Myths and Legends of China
Page: 46yang, the two great principles of nature.
The Taoist Triad
In the third Heaven, T’ai Ch’ing, the Taoists place Lao Page 125Tzŭ, the promulgator of the true doctrine drawn up by Ling-pao T’ien-tsun. He is alternatively called Shên Pao, ‘the Treasure of the Spirits,’ and T’ai-shang Lao-chûn, ‘the Most Eminent Aged Ruler.’ Under various assumed names he has appeared as the teacher of kings and emperors, the reformer of successive generations.
This three-storied Taoist Heaven, or three Heavens, is the result of the wish of the Taoists not to be out-rivalled by the Buddhists. For Buddha, the Law, and the Priesthood they substitute the Tao, or Reason, the Classics, and the Priesthood.
As regards the organization of the Taoist Heavens, Yü Huang has on his register the name of eight hundred Taoist divinities and a multitude of Immortals. These are all divided into three categories: Saints (Shêng-jên), Heroes (Chên-jên), and Immortals (Hsien-jên), occupying the three Heavens respectively in that order.
The Three Causes
Connected with Taoism, but not exclusively associated with that religion, is the worship of the Three Causes, the deities presiding over three departments of physical nature, Heaven, earth, and water. They are known by various designations: San Kuan, ‘the Three Agents’; San Yüan, ‘the Three Origins’; San Kuan Ta Ti, ‘the Three Great Emperor Agents’; and T’ai Shang San Kuan, ‘the Three Supreme Agents.’ This worship has passed through four chief phases, as follows:
The first comprises Heaven, earth, and water, T’ien, Ti, Shui, the sources of happiness, forgiveness of sins, and deliverance from evil respectively. Each of these is called King-emperor. Their names, written on labels and offered to Heaven (on a mountain), earth (by burial), and Page 126water (by immersion), are supposed to cure sickness. This idea dates from the Han dynasty, being first noted about A.D. 172.
The second, San Yüan dating from A.D. 407 under the Wei dynasty, identified the Three Agents with three dates of which they were respectively made the patrons. The year was divided into three unequal parts: the first to the seventh moon; the seventh to the tenth; and the tenth to the twelfth. Of these, the fifteenth day of the first, seventh, and tenth moons respectively became the three principal dates of these periods. Thus the Agent of Heaven became the principal patron of the first division, honoured on the fifteenth day of the first moon, and so on.
The third phase, San Kuan, resulted from the first two being found too complicated for popular favour. The San Kuan were the three sons of a man, Ch’ên Tzŭ-ch’un, who was so handsome and intelligent that the three daughters of Lung Wang, the Dragon-king, fell in love with him and went to live with him. The eldest girl was the mother of the Superior Cause, the second of the Medium Cause, and the third of the Inferior Cause. All these were gifted with supernatural powers. Yüan-shih T’ien-tsun canonized them as the Three Great Emperor Agents of Heaven, earth, and water, governors of all beings, devils or gods, in the three regions of the universe. As in the first phase, the T’ien Kuan confers happiness, the Ti Kuan grants remission of sins, and the Shui Kuan delivers from evil or misfortune.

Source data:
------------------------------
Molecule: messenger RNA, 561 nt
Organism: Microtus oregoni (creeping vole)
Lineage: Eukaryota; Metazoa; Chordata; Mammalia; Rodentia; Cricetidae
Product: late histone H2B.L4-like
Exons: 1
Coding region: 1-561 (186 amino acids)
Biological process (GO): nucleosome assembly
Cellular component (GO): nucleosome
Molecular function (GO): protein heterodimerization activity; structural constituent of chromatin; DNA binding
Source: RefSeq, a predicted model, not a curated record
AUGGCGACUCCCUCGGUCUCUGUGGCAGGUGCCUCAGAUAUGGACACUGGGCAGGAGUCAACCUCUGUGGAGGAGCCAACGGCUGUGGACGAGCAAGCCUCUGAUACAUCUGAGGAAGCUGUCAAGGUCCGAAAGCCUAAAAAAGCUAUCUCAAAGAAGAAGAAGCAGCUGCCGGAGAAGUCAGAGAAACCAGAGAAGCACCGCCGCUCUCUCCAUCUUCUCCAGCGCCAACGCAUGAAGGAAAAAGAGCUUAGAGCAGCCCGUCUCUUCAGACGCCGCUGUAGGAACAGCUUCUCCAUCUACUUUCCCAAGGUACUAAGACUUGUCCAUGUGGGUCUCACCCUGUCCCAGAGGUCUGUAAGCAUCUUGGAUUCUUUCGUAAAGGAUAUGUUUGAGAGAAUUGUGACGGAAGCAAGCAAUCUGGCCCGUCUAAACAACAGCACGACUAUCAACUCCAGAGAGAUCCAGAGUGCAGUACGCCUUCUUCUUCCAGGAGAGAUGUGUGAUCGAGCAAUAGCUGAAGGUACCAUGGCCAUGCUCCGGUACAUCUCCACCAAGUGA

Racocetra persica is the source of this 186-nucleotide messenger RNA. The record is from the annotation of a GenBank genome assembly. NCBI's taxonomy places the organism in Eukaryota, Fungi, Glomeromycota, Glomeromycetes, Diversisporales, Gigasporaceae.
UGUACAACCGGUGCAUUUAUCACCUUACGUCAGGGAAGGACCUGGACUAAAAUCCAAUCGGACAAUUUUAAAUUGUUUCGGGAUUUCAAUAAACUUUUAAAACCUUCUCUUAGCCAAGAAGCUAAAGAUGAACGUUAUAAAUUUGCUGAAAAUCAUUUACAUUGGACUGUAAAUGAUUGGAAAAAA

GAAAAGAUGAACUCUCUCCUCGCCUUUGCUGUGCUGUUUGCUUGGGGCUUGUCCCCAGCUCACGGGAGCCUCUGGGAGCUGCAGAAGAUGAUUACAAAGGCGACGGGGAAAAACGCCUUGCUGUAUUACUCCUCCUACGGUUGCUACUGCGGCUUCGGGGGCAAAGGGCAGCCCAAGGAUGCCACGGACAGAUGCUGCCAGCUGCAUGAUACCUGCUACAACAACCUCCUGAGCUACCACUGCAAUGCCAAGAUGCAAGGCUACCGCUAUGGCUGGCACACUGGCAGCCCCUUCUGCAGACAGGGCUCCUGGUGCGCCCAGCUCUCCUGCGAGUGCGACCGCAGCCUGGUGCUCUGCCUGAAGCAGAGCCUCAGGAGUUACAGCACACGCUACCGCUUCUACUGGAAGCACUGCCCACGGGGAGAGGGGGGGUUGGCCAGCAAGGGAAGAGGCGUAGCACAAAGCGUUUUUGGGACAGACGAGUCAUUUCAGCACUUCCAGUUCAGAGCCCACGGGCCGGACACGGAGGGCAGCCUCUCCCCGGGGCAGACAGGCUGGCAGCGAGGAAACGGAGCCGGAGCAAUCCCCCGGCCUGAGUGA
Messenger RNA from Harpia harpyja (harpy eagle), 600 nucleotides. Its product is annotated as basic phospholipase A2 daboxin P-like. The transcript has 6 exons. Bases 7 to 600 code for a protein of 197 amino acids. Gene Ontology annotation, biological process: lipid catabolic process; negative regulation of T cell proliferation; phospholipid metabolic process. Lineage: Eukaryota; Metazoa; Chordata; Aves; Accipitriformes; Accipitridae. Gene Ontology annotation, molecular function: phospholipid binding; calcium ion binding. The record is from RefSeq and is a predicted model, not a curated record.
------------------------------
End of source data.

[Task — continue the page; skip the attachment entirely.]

The fourth phase consisted simply in the substitution by the priests for the abstract or time-principles of the three great sovereigns of ancient times, Yao, Shun, and Yü. The literati, proud of the apotheosis of their ancient Page 127rulers, hastened to offer incense to them, and temples, San Yüan Kung, arose in very many parts of the Empire.
A variation of this phase is the canonization, with the title of San Yüan or Three Causes, of Wu-k’o San Chên Chün, ‘the Three True Sovereigns, Guests of the Kingdom of Wu.’ They were three Censors who lived in the reign of King Li (Li Wang, 878–841 B.C.) of the Chou dynasty. Leaving the service of the Chou on account of Li’s dissolute living, they went to live in Wu, and brought victory to that state in its war with the Ch’u State, then returned to their own country, and became pillars of the Chou State under Li’s successor. They appeared to protect the Emperor Chên Tsung when he was offering the Fêng-shan sacrifices on T’ai Shan in A.D. 1008, on which occasion they were canonized with the titles of Superior, Medium, and Inferior Causes, as before, conferring upon them the regencies of Heaven, earth, and water respectively.
Yüan-shih T’ien-tsun, or the First Cause, the Highest in Heaven, generally placed at the head of the Taoist triad, is said never to have existed but in the fertile imagination of the Lao Tzŭist sectarians. According to them Yüan-shih T’ien-tsun had neither origin nor master, but is himself the cause of all beings, which is why he is called the First Cause.
As first member of the triad, and sovereign ruler of the First Heaven, Yü Ch’ing, where reign the saints, he is raised in rank above all the other gods. The name assigned to him is Lo Ching Hsin. He was born before all beginnings; his substance is imperishable; it is formed essentially of uncreated air, air a se, invisible and without Page 128perceptible limits. No one has been able to penetrate to the beginnings of his existence. The source of all truth, he at each renovation of the worlds—that is, at each new kalpa—gives out the mysterious doctrine which confers immortality. All who reach this knowledge attain by degrees to life eternal, become refined like the spirits, or instantly become Immortals, even while upon earth.